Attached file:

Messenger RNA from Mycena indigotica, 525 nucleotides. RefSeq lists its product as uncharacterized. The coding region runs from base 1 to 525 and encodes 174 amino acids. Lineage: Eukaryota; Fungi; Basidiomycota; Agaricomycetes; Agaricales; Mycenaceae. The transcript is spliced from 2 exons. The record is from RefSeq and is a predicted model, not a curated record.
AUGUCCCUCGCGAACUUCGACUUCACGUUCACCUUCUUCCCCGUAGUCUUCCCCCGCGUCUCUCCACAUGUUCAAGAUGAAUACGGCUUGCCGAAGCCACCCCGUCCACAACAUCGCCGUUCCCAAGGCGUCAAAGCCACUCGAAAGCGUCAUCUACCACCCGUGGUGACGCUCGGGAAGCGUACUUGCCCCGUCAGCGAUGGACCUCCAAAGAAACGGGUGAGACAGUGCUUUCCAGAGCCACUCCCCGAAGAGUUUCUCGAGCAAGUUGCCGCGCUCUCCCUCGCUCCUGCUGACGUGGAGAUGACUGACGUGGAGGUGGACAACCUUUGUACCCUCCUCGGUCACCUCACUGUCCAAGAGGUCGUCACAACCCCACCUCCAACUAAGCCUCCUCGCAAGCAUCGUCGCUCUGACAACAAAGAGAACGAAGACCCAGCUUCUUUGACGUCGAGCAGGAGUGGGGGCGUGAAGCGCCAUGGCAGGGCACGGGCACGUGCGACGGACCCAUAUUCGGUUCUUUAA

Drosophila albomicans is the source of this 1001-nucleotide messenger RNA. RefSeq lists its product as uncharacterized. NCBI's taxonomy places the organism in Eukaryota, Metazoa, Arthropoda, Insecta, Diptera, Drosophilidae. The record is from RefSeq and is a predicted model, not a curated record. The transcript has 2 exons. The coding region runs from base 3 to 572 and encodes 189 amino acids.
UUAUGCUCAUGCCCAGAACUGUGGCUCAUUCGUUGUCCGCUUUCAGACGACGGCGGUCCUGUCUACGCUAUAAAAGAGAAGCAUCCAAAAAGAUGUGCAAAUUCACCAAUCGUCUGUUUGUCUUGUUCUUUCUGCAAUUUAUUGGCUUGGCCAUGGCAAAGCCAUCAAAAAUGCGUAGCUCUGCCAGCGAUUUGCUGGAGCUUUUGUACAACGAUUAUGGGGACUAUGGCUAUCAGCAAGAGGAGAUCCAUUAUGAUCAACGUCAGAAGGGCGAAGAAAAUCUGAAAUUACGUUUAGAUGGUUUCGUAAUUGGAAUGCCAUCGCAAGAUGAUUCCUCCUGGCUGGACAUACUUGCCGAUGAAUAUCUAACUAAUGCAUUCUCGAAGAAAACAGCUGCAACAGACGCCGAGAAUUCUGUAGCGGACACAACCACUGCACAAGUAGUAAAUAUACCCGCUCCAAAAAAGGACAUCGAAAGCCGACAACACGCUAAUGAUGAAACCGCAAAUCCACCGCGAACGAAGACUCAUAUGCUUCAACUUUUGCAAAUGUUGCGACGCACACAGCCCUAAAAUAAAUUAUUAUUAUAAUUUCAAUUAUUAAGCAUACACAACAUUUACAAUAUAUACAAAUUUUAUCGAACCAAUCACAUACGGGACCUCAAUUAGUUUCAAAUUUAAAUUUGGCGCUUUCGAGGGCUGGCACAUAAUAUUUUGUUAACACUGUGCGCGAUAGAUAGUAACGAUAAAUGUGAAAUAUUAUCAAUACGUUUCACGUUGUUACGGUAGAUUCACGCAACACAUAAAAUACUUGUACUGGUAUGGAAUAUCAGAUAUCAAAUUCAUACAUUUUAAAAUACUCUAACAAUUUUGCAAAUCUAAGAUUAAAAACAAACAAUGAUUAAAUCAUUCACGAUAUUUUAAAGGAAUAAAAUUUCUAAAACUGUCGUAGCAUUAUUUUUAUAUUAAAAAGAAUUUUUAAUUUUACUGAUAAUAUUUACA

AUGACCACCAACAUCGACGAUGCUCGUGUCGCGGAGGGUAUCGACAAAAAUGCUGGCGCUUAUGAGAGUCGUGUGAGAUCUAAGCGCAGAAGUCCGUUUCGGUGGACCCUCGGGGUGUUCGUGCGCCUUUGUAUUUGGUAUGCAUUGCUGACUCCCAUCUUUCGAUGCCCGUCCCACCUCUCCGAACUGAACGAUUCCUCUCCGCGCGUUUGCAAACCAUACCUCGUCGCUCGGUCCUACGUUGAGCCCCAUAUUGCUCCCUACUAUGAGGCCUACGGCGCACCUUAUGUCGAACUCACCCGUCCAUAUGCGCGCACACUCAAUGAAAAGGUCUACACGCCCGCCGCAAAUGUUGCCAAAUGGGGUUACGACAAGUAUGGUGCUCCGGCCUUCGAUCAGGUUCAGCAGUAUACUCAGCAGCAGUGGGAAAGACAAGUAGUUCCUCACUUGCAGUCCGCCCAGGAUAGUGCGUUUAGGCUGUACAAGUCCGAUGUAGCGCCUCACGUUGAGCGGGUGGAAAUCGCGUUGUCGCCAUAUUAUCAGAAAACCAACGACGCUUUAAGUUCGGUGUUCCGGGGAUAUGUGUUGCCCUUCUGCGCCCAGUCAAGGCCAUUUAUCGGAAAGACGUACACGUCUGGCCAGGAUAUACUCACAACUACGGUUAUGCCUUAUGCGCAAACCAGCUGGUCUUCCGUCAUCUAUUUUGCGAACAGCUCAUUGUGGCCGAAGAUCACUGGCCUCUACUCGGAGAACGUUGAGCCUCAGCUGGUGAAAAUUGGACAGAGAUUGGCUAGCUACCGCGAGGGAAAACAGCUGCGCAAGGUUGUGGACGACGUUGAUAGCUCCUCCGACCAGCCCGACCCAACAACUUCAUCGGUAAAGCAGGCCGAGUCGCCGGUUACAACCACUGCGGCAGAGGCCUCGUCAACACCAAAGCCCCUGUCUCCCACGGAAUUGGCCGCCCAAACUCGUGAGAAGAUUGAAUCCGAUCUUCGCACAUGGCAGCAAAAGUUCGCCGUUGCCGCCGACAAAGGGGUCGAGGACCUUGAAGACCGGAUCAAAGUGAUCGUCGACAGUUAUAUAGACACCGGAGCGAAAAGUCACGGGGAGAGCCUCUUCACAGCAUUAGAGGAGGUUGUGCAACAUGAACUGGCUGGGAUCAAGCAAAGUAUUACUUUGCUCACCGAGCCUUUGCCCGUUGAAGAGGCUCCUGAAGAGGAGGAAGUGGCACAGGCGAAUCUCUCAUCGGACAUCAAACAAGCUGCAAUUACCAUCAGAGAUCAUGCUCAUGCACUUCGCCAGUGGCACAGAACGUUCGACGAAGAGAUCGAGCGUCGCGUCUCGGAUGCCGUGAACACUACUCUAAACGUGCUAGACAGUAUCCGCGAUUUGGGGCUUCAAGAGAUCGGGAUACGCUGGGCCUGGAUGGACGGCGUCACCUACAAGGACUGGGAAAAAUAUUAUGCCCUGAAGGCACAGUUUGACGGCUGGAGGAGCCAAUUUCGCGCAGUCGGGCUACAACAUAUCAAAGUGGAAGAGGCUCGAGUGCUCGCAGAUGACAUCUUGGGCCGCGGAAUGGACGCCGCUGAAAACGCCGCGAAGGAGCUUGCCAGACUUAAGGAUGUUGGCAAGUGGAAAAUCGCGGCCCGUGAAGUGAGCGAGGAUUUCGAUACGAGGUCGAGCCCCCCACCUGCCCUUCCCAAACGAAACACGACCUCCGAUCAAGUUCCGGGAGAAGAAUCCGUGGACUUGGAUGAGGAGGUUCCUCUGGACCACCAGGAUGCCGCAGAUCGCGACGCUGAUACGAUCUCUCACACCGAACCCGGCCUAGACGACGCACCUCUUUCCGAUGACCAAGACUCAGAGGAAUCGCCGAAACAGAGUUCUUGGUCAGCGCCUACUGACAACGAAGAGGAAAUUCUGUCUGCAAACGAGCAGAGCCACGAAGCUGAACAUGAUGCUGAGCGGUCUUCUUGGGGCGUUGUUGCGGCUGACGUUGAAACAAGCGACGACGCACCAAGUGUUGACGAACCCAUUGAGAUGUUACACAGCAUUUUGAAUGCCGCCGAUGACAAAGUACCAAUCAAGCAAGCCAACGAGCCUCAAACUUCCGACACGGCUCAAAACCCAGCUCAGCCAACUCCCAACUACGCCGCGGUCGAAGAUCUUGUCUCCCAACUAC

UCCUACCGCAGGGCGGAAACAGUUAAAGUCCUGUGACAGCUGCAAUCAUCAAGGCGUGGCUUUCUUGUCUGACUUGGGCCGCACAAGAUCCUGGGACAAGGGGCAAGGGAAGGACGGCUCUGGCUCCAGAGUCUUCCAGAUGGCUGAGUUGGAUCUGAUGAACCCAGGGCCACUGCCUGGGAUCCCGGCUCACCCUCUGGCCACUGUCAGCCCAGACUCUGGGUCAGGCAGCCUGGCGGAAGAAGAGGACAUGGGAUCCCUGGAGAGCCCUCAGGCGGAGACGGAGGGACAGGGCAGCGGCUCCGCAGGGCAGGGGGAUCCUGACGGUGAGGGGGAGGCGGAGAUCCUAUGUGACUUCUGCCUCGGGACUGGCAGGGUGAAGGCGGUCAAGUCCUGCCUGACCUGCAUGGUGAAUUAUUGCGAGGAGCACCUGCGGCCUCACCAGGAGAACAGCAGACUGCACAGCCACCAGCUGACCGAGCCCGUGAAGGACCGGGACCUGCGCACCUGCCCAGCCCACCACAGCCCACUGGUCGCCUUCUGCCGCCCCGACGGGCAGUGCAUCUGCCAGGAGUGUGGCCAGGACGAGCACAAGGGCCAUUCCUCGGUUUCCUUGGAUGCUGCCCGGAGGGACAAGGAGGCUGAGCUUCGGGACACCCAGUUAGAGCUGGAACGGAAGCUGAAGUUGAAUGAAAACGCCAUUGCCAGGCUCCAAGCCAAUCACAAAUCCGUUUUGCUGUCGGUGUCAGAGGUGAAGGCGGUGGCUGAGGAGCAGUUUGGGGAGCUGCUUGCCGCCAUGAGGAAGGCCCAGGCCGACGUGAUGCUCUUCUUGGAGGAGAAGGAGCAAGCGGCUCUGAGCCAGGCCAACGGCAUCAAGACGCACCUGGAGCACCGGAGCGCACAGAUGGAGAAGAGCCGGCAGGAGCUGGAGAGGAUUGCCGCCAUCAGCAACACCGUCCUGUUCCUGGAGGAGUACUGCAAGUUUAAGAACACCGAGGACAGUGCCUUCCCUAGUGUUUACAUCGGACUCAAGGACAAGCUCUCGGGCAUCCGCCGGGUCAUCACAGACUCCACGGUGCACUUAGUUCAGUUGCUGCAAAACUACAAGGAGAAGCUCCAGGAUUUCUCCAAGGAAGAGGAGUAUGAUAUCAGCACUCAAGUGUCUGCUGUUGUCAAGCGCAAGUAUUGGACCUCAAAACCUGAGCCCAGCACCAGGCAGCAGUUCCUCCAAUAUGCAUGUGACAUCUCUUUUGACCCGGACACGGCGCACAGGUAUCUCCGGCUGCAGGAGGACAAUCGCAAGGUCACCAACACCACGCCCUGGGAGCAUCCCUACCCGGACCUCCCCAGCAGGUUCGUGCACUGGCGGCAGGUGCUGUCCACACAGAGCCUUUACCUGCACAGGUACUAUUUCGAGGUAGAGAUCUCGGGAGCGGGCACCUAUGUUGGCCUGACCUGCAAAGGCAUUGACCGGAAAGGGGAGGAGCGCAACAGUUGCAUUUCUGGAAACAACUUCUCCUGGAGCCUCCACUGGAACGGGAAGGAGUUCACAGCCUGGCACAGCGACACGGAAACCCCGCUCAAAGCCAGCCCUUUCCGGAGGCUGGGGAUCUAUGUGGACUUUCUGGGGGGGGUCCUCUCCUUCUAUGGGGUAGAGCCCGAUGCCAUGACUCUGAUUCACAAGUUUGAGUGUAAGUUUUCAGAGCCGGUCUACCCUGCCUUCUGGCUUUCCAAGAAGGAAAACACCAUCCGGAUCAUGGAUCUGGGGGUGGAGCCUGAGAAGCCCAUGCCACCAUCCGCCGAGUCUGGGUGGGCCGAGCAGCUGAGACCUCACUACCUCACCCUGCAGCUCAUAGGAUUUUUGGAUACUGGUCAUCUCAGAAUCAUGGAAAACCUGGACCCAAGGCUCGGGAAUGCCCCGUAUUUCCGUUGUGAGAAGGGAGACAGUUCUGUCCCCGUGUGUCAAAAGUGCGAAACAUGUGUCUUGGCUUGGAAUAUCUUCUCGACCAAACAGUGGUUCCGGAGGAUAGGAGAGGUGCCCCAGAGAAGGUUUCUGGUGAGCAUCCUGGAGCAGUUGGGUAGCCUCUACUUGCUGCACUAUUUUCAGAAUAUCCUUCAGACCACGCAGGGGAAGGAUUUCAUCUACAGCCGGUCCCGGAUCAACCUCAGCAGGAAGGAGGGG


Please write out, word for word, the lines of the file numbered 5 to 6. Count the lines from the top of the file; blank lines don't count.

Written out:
AUGACCACCAACAUCGACGAUGCUCGUGUCGCGGAGGGUAUCGACAAAAAUGCUGGCGCUUAUGAGAGUCGUGUGAGAUCUAAGCGCAGAAGUCCGUUUCGGUGGACCCUCGGGGUGUUCGUGCGCCUUUGUAUUUGGUAUGCAUUGCUGACUCCCAUCUUUCGAUGCCCGUCCCACCUCUCCGAACUGAACGAUUCCUCUCCGCGCGUUUGCAAACCAUACCUCGUCGCUCGGUCCUACGUUGAGCCCCAUAUUGCUCCCUACUAUGAGGCCUACGGCGCACCUUAUGUCGAACUCACCCGUCCAUAUGCGCGCACACUCAAUGAAAAGGUCUACACGCCCGCCGCAAAUGUUGCCAAAUGGGGUUACGACAAGUAUGGUGCUCCGGCCUUCGAUCAGGUUCAGCAGUAUACUCAGCAGCAGUGGGAAAGACAAGUAGUUCCUCACUUGCAGUCCGCCCAGGAUAGUGCGUUUAGGCUGUACAAGUCCGAUGUAGCGCCUCACGUUGAGCGGGUGGAAAUCGCGUUGUCGCCAUAUUAUCAGAAAACCAACGACGCUUUAAGUUCGGUGUUCCGGGGAUAUGUGUUGCCCUUCUGCGCCCAGUCAAGGCCAUUUAUCGGAAAGACGUACACGUCUGGCCAGGAUAUACUCACAACUACGGUUAUGCCUUAUGCGCAAACCAGCUGGUCUUCCGUCAUCUAUUUUGCGAACAGCUCAUUGUGGCCGAAGAUCACUGGCCUCUACUCGGAGAACGUUGAGCCUCAGCUGGUGAAAAUUGGACAGAGAUUGGCUAGCUACCGCGAGGGAAAACAGCUGCGCAAGGUUGUGGACGACGUUGAUAGCUCCUCCGACCAGCCCGACCCAACAACUUCAUCGGUAAAGCAGGCCGAGUCGCCGGUUACAACCACUGCGGCAGAGGCCUCGUCAACACCAAAGCCCCUGUCUCCCACGGAAUUGGCCGCCCAAACUCGUGAGAAGAUUGAAUCCGAUCUUCGCACAUGGCAGCAAAAGUUCGCCGUUGCCGCCGACAAAGGGGUCGAGGACCUUGAAGACCGGAUCAAAGUGAUCGUCGACAGUUAUAUAGACACCGGAGCGAAAAGUCACGGGGAGAGCCUCUUCACAGCAUUAGAGGAGGUUGUGCAACAUGAACUGGCUGGGAUCAAGCAAAGUAUUACUUUGCUCACCGAGCCUUUGCCCGUUGAAGAGGCUCCUGAAGAGGAGGAAGUGGCACAGGCGAAUCUCUCAUCGGACAUCAAACAAGCUGCAAUUACCAUCAGAGAUCAUGCUCAUGCACUUCGCCAGUGGCACAGAACGUUCGACGAAGAGAUCGAGCGUCGCGUCUCGGAUGCCGUGAACACUACUCUAAACGUGCUAGACAGUAUCCGCGAUUUGGGGCUUCAAGAGAUCGGGAUACGCUGGGCCUGGAUGGACGGCGUCACCUACAAGGACUGGGAAAAAUAUUAUGCCCUGAAGGCACAGUUUGACGGCUGGAGGAGCCAAUUUCGCGCAGUCGGGCUACAACAUAUCAAAGUGGAAGAGGCUCGAGUGCUCGCAGAUGACAUCUUGGGCCGCGGAAUGGACGCCGCUGAAAACGCCGCGAAGGAGCUUGCCAGACUUAAGGAUGUUGGCAAGUGGAAAAUCGCGGCCCGUGAAGUGAGCGAGGAUUUCGAUACGAGGUCGAGCCCCCCACCUGCCCUUCCCAAACGAAACACGACCUCCGAUCAAGUUCCGGGAGAAGAAUCCGUGGACUUGGAUGAGGAGGUUCCUCUGGACCACCAGGAUGCCGCAGAUCGCGACGCUGAUACGAUCUCUCACACCGAACCCGGCCUAGACGACGCACCUCUUUCCGAUGACCAAGACUCAGAGGAAUCGCCGAAACAGAGUUCUUGGUCAGCGCCUACUGACAACGAAGAGGAAAUUCUGUCUGCAAACGAGCAGAGCCACGAAGCUGAACAUGAUGCUGAGCGGUCUUCUUGGGGCGUUGUUGCGGCUGACGUUGAAACAAGCGACGACGCACCAAGUGUUGACGAACCCAUUGAGAUGUUACACAGCAUUUUGAAUGCCGCCGAUGACAAAGUACCAAUCAAGCAAGCCAACGAGCCUCAAACUUCCGACACGGCUCAAAACCCAGCUCAGCCAACUCCCAACUACGCCGCGGUCGAAGAUCUUGUCUCCCAACUAC

UCCUACCGCAGGGCGGAAACAGUUAAAGUCCUGUGACAGCUGCAAUCAUCAAGGCGUGGCUUUCUUGUCUGACUUGGGCCGCACAAGAUCCUGGGACAAGGGGCAAGGGAAGGACGGCUCUGGCUCCAGAGUCUUCCAGAUGGCUGAGUUGGAUCUGAUGAACCCAGGGCCACUGCCUGGGAUCCCGGCUCACCCUCUGGCCACUGUCAGCCCAGACUCUGGGUCAGGCAGCCUGGCGGAAGAAGAGGACAUGGGAUCCCUGGAGAGCCCUCAGGCGGAGACGGAGGGACAGGGCAGCGGCUCCGCAGGGCAGGGGGAUCCUGACGGUGAGGGGGAGGCGGAGAUCCUAUGUGACUUCUGCCUCGGGACUGGCAGGGUGAAGGCGGUCAAGUCCUGCCUGACCUGCAUGGUGAAUUAUUGCGAGGAGCACCUGCGGCCUCACCAGGAGAACAGCAGACUGCACAGCCACCAGCUGACCGAGCCCGUGAAGGACCGGGACCUGCGCACCUGCCCAGCCCACCACAGCCCACUGGUCGCCUUCUGCCGCCCCGACGGGCAGUGCAUCUGCCAGGAGUGUGGCCAGGACGAGCACAAGGGCCAUUCCUCGGUUUCCUUGGAUGCUGCCCGGAGGGACAAGGAGGCUGAGCUUCGGGACACCCAGUUAGAGCUGGAACGGAAGCUGAAGUUGAAUGAAAACGCCAUUGCCAGGCUCCAAGCCAAUCACAAAUCCGUUUUGCUGUCGGUGUCAGAGGUGAAGGCGGUGGCUGAGGAGCAGUUUGGGGAGCUGCUUGCCGCCAUGAGGAAGGCCCAGGCCGACGUGAUGCUCUUCUUGGAGGAGAAGGAGCAAGCGGCUCUGAGCCAGGCCAACGGCAUCAAGACGCACCUGGAGCACCGGAGCGCACAGAUGGAGAAGAGCCGGCAGGAGCUGGAGAGGAUUGCCGCCAUCAGCAACACCGUCCUGUUCCUGGAGGAGUACUGCAAGUUUAAGAACACCGAGGACAGUGCCUUCCCUAGUGUUUACAUCGGACUCAAGGACAAGCUCUCGGGCAUCCGCCGGGUCAUCACAGACUCCACGGUGCACUUAGUUCAGUUGCUGCAAAACUACAAGGAGAAGCUCCAGGAUUUCUCCAAGGAAGAGGAGUAUGAUAUCAGCACUCAAGUGUCUGCUGUUGUCAAGCGCAAGUAUUGGACCUCAAAACCUGAGCCCAGCACCAGGCAGCAGUUCCUCCAAUAUGCAUGUGACAUCUCUUUUGACCCGGACACGGCGCACAGGUAUCUCCGGCUGCAGGAGGACAAUCGCAAGGUCACCAACACCACGCCCUGGGAGCAUCCCUACCCGGACCUCCCCAGCAGGUUCGUGCACUGGCGGCAGGUGCUGUCCACACAGAGCCUUUACCUGCACAGGUACUAUUUCGAGGUAGAGAUCUCGGGAGCGGGCACCUAUGUUGGCCUGACCUGCAAAGGCAUUGACCGGAAAGGGGAGGAGCGCAACAGUUGCAUUUCUGGAAACAACUUCUCCUGGAGCCUCCACUGGAACGGGAAGGAGUUCACAGCCUGGCACAGCGACACGGAAACCCCGCUCAAAGCCAGCCCUUUCCGGAGGCUGGGGAUCUAUGUGGACUUUCUGGGGGGGGUCCUCUCCUUCUAUGGGGUAGAGCCCGAUGCCAUGACUCUGAUUCACAAGUUUGAGUGUAAGUUUUCAGAGCCGGUCUACCCUGCCUUCUGGCUUUCCAAGAAGGAAAACACCAUCCGGAUCAUGGAUCUGGGGGUGGAGCCUGAGAAGCCCAUGCCACCAUCCGCCGAGUCUGGGUGGGCCGAGCAGCUGAGACCUCACUACCUCACCCUGCAGCUCAUAGGAUUUUUGGAUACUGGUCAUCUCAGAAUCAUGGAAAACCUGGACCCAAGGCUCGGGAAUGCCCCGUAUUUCCGUUGUGAGAAGGGAGACAGUUCUGUCCCCGUGUGUCAAAAGUGCGAAACAUGUGUCUUGGCUUGGAAUAUCUUCUCGACCAAACAGUGGUUCCGGAGGAUAGGAGAGGUGCCCCAGAGAAGGUUUCUGGUGAGCAUCCUGGAGCAGUUGGGUAGCCUCUACUUGCUGCACUAUUUUCAGAAUAUCCUUCAGACCACGCAGGGGAAGGAUUUCAUCUACAGCCGGUCCCGGAUCAACCUCAGCAGGAAGGAGGGG